Citing fake mass-shooting data, US Surgeon General declares ‘gun violence’ a public health crisis

By Lee Williams

United States Surgeon General Vivek Murthy declared that “gun violence” constitutes a public health crisis Tuesday but cited fake mass-shooting data from the long-debunked Gun Violence Archive to support his spurious claims.

Murthy presented his finding in a 40-page Surgeon General advisory, titled “Firearm Violence: A Public Health Crisis in America.”

“While mass shooting deaths represent only about 1% of all firearm‑related deaths in the U.S., the number of mass shooting incidents is increasing. According to data published by Gun Violence Archive, the U.S. experienced more than 600 mass shooting incidents each year between 2020 and 2023, compared to an average of less than 400 annual mass shooting incidents between 2015 and 2018,” the Surgeon General’s advisory states.

In his report, Murthy cites data from the Gun Violence Archive more than four times.

Founded in 2013, the GVA quickly became the administration’s source of choice for mass-shooting data because they hype the numbers. The small nonprofit came up with its own extremely broad definition of a mass shooting, which says anytime four or more people are killed or even slightly wounded with a firearm regardless of the circumstances, it’s a mass shooting. For example, according to the GVA there were 417 mass shootings in 2019. The FBI says there were 30, because it uses a much narrower and more realistic definition, which excludes gang-related and drug-related shootings, which the GVA includes in its data.

Murthy is not the only member of the Biden-Harris administration to use fake data from the GVA. Biden and his handlers have cited GVA’s mass-shooting data throughout his presidency in speeches, written statements and social media.

In an editorial published May 14, 2023, by USA TODAY and reprinted in scores of newspapers across the country, titled, “President Biden: I’m doing everything I can to reduce gun violence, but Congress must do more,” Biden stressed the need for more Red flag laws, advocated for universal background checks and called on Congress to ban “assault weapons” and standard-capacity magazines, stating: “For God’s sake, do something.”

But then there was this: “We need to do more. In the year after the Buffalo tragedy, our country has experienced more than 650 mass shootings and well over 40,000 deaths due to gun violence, according to one analysis.”

The hyperlink whisked readers to the Gun Violence Archive.

When Biden’s staff announced the creation of the White House Office of Gun Violence Prevention last May, they cited GVA data that claimed there had been 500 mass shooting in the country and 118 firearm-related deaths per day, which Biden said was “far too high.”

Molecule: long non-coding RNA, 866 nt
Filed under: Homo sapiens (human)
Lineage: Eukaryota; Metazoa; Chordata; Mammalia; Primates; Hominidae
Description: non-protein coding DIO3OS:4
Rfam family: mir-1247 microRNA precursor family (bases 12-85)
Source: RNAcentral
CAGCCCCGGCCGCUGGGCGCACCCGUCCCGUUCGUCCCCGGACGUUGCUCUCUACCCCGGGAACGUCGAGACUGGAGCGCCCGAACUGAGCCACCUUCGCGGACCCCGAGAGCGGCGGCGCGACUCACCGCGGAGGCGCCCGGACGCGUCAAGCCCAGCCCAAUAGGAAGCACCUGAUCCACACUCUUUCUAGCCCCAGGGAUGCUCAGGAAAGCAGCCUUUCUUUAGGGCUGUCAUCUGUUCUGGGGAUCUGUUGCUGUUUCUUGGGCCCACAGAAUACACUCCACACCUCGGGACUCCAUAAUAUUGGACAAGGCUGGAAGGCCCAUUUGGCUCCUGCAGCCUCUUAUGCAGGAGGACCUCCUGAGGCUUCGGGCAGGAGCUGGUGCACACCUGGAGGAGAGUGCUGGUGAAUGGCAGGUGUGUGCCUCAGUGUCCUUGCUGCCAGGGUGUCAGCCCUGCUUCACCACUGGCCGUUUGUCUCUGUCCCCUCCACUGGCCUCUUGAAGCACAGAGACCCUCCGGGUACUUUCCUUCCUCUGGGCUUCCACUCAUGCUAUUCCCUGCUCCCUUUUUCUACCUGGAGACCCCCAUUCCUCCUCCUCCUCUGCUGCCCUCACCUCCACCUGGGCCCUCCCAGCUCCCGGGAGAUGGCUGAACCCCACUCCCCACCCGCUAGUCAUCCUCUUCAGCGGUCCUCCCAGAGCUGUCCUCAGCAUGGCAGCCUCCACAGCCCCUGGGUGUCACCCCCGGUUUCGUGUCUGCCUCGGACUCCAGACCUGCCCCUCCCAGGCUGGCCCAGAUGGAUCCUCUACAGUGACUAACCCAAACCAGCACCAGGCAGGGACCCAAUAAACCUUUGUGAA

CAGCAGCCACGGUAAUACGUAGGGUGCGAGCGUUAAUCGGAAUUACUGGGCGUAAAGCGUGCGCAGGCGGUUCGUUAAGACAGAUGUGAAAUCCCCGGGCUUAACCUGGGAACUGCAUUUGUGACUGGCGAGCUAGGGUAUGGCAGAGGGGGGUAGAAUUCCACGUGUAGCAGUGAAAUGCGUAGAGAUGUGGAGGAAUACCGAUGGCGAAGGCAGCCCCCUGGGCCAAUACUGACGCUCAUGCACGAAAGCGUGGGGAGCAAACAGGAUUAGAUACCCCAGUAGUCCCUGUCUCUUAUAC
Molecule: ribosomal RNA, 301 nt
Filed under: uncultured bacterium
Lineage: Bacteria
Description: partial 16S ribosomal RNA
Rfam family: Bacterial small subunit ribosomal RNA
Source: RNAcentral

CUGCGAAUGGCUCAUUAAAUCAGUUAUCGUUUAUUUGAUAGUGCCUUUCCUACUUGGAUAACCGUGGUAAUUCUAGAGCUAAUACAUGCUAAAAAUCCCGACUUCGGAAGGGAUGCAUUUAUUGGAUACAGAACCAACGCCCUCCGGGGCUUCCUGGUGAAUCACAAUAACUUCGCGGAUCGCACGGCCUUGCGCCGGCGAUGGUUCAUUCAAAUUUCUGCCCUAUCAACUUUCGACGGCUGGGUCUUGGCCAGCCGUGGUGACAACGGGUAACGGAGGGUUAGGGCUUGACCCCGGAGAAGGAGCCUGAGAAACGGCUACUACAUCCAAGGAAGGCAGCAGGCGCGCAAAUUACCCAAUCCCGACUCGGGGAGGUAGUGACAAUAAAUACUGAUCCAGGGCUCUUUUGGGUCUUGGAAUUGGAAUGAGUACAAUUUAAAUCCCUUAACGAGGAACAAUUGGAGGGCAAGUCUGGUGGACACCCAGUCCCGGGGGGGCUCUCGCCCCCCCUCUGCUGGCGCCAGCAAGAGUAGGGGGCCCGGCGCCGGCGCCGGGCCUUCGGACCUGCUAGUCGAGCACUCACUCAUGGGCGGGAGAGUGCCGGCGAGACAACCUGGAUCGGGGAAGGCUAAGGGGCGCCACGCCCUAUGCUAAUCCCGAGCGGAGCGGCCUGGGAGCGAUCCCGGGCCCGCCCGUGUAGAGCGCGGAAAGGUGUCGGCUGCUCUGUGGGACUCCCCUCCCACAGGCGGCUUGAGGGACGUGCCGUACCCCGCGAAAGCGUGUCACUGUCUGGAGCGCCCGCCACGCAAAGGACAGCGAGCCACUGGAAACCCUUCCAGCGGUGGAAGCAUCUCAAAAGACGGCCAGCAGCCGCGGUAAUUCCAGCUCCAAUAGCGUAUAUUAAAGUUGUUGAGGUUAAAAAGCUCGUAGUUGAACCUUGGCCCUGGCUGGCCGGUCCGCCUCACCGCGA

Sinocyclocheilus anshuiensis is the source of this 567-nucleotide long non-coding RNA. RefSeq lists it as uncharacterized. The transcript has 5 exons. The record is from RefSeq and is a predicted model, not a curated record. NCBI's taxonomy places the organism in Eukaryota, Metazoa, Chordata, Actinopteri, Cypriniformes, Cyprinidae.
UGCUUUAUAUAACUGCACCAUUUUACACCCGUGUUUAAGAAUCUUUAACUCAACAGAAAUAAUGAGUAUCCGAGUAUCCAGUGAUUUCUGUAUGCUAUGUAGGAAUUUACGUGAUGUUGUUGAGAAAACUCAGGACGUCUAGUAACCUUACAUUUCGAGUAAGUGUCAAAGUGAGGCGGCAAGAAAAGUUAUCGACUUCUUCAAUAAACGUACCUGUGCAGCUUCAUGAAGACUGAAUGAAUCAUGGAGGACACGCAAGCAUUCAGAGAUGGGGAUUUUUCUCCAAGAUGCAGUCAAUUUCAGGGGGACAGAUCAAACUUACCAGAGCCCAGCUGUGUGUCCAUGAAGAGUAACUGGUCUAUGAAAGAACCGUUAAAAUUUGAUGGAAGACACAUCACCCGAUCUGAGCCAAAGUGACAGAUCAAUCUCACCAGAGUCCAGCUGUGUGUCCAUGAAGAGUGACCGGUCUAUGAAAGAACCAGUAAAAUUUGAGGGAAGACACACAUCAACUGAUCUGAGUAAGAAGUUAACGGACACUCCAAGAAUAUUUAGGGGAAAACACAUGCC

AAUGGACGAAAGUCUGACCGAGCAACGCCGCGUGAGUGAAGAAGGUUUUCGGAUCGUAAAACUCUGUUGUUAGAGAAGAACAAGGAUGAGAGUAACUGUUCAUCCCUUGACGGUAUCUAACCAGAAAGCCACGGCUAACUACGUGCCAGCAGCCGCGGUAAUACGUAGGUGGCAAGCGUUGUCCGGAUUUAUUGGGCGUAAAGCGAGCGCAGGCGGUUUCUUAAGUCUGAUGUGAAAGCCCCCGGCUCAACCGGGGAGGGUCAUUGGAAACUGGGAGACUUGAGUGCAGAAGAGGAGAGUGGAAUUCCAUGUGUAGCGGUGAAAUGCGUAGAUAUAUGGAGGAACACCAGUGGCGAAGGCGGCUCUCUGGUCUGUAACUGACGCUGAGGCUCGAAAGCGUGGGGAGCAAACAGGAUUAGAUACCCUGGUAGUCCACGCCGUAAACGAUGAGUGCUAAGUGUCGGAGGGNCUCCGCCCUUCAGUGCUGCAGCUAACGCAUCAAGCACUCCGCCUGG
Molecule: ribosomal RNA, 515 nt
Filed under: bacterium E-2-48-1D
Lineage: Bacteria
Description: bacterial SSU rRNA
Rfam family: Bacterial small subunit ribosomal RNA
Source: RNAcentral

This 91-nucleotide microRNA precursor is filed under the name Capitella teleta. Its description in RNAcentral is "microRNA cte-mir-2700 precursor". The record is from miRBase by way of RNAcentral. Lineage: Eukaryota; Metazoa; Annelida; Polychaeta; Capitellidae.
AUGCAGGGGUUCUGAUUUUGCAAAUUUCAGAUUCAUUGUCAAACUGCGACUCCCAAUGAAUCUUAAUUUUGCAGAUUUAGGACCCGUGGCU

In a statement released in February after the post-Superbowl shooting, Biden again cited GVA’s mass shooting data, claiming, “We’ve now had more mass shootings in 2024 than there have been days in the year.”

In a previous interview with the Second Amendment Foundation, Mark Bryant, the GVA’s executive director, took no responsibility for the misuse of his flawed data. When asked if he believed the average news consumer even considers domestic violence or gang warfare when they hear the term mass shooting, Bryant said, “I don’t know. I know what we want to do is provide numbers and let the journalists, advocates and ‘congress critters’ look at the data, glean details and drill down on it.”

Bryant has claimed that he is “anti-violence” and not anti-gun, but has publicly lobbied for stricter gun control, including standard-capacity magazine bans.

“I think magazine capacity is an issue that should be addressed,” Bryant said in a previous interview. “You don’t need 30-round mags or a 60-round drum. While they are great ‘get off’ tools, they’re part of a hobby, not part of the Second Amendment.”

Other inaccuracies

Using fake GVA data is not the only error in Murthy’s report.

“Since 2020, firearm‑related injury has been the leading cause of death for U.S. children and adolescents (ages 1–19), surpassing motor vehicle crashes, cancer, and drug overdose and poisoning,” the report states.

This claim has also been debunked and proven to be nothing more than a frequently cited White House talking point. The numbers only work if you define everyone under 20 years old as children, and for 17-year-olds and younger, the leading cause of death is suffocation.